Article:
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Cold Weather in Northeast - Fender Necks

JoeYello

Gold Supporting Member
Messages
2,311
The cold weather we have been having in the northeast this year has my forced hot air heater working extra. Even with a humidifier the house is very dry. This weekend I really noticed my Fender guitars buzzing like crazy.

I was trying to setup a 90's Thinline Tele and I cannot get it to stop buzzing. I have the neck set with a slight relief, the microtilt screw is backed off so I don't think it's an issue. I set the action to 2/32 across the board. Every string is buzzing from about the 3rd fret on up....very annoying. I have Snakeoil 9.5's on the guitar.

I am starting to wonder if I need to shim the neck a bit forward to try to keep the strings from buzzing.

Anyone else experiencing this? Any solutions?
 

JoeYello

Gold Supporting Member
Messages
2,311
I loosened it a bit last night. I will see how it is later. I don't think that is the problem though.
 

bransonb

Member
Messages
11
My Smith Strat with 9's is fine but I have a CV 50's that has been extremely responsive to change of season since I've owned it. This winter it had been playing fine but the action was rather high so I suspected excessive relief because of the change of season. Fender has a pretty good pamphlet on setting up guitars and I adjusted the neck based on the measurements they recommended resulting in reduced relief. I then set the action where I wanted it but got severe buzz on strings 3 through 6 in the 7th to 10th fret area. I added relief back and raised the action which solved the problem for strings 3 and 4 but not strings 5 and 6. The action is now higher than desired, strings 5 and 6 still buzz, and I don't know what else to do either except wait for the heating season to end. It was suggesterd to me to string with 10's but I like 9's on my Fenders and there's never been an issue using 9's on my very stable USA Strat. I was wondering if I was just expecting too much from a Chinese guitar but see Joe is suffering similarly above with his Thinline. So you've got company, friend. I'm not shy about adjusting guitars but I'm no expert. What am I missing?
 

JoeYello

Gold Supporting Member
Messages
2,311
Per a friends suggestion I raised the action up to 2.5/32 and it is much better. Still a slight buzz if I dig in, but nothing that you would hear through the amp. The neck is pretty straight right now, I probably could add a little relief and it would be even better. I love the Snakeoil 9.5's on just about every guitar. I am glad they are available again....my stash had run out and I was using DR strings. I like the round core strings since they have a looser feel.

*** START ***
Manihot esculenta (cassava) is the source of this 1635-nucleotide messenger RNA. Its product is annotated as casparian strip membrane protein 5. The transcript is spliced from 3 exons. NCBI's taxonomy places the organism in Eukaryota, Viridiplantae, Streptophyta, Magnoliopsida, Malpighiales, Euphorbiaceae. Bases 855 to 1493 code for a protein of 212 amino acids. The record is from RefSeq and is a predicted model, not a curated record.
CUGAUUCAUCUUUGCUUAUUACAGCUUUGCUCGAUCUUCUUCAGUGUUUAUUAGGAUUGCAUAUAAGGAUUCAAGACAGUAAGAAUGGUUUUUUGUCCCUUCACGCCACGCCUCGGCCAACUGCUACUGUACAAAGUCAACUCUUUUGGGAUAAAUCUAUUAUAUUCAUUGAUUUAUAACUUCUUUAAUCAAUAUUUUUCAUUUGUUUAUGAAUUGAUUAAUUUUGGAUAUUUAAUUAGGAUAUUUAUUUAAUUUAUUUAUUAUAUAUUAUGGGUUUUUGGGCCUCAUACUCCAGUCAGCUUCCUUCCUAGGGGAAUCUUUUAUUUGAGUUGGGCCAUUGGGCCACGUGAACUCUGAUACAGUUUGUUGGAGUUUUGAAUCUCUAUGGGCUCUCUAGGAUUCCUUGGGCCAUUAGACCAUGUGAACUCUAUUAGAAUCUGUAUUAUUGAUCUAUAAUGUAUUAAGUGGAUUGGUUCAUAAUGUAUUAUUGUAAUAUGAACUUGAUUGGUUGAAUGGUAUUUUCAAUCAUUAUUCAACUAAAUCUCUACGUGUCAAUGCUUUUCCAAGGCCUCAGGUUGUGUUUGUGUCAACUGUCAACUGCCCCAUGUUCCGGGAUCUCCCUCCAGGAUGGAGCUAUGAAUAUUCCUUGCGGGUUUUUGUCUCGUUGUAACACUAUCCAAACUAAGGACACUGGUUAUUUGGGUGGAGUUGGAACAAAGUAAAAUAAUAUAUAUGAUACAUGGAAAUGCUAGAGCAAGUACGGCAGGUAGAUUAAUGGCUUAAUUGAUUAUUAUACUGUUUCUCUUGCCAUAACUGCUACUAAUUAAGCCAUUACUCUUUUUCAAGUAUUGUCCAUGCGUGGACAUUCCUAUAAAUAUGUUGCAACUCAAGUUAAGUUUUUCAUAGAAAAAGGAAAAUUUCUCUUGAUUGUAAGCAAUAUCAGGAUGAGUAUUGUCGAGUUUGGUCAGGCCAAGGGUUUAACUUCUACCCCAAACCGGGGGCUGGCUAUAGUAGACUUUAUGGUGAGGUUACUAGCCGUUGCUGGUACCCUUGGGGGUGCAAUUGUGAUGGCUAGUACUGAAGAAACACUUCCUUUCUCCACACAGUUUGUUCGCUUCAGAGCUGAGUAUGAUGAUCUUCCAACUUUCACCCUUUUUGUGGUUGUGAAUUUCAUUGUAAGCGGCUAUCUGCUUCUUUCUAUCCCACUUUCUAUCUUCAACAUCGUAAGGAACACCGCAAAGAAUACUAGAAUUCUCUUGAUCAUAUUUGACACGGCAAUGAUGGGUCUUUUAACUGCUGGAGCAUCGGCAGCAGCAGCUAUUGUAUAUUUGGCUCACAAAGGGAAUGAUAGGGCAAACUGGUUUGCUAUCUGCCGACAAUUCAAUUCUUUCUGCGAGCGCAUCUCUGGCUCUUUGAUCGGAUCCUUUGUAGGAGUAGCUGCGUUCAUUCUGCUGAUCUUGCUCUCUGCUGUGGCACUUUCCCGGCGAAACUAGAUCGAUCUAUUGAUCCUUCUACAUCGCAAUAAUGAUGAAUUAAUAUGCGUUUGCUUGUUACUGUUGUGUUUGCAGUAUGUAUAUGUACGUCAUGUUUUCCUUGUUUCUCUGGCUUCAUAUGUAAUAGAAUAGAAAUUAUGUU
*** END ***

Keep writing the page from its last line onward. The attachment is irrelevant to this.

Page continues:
bransonb

Member
Messages
11
Per a friends suggestion I raised the action up to 2.5/32 and it is much better. Still a slight buzz if I dig in, but nothing that you would hear through the amp. The neck is pretty straight right now, I probably could add a little relief and it would be even better. I love the Snakeoil 9.5's on just about every guitar. I am glad they are available again....my stash had run out and I was using DR strings. I like the round core strings since they have a looser feel.
Glad to hear you're satisfied with the results of your adjustments. A quality instrument should respond positively to adjustment. Fortunately, I've never had to touch any of my USA guitars because of change of season.

But hoping for an early spring regarding this CV 50. Guess we're all hoping for an early spring. This winter has been old-school here in the northeast . . .
 

ylo

Member
Messages
837
I live in Boston. Humidity in the house has been between 35 and 45 percent this winter. I usually have the opposite problem as the OP, the humidity shoots up to 70 percent indoors in the summer even with the AC running, and most of my guitar necks bend back, causing buzzing. No need for guitar humidifiers in the summer for me!

Anyhow, hanging moistened towels up in the bathrooms will probably raise the humidity 5 percent or so. In my experience, 40 - 50 percent RH is ideal.
 

trojanhov

Silver Supporting Member
Messages
819
Having the same issue with my suhr Classic t. Just raised the action and it’s ok
 

Laurent Brondel

Silver Supporting Member
Messages
3,333
Cold usually equals lower RH in the air, which results in necks having too much relief and the truss rod needing to be tightened a bit.
The opposite happens in the spring with warmer air allowing more RH, then the rods need to be loosened a hair.

What's the relief on your necks? Press the G string at the first (with a capo if necessary) and last frets and try to measure the clearance between the string and say, the 7th fret.
 






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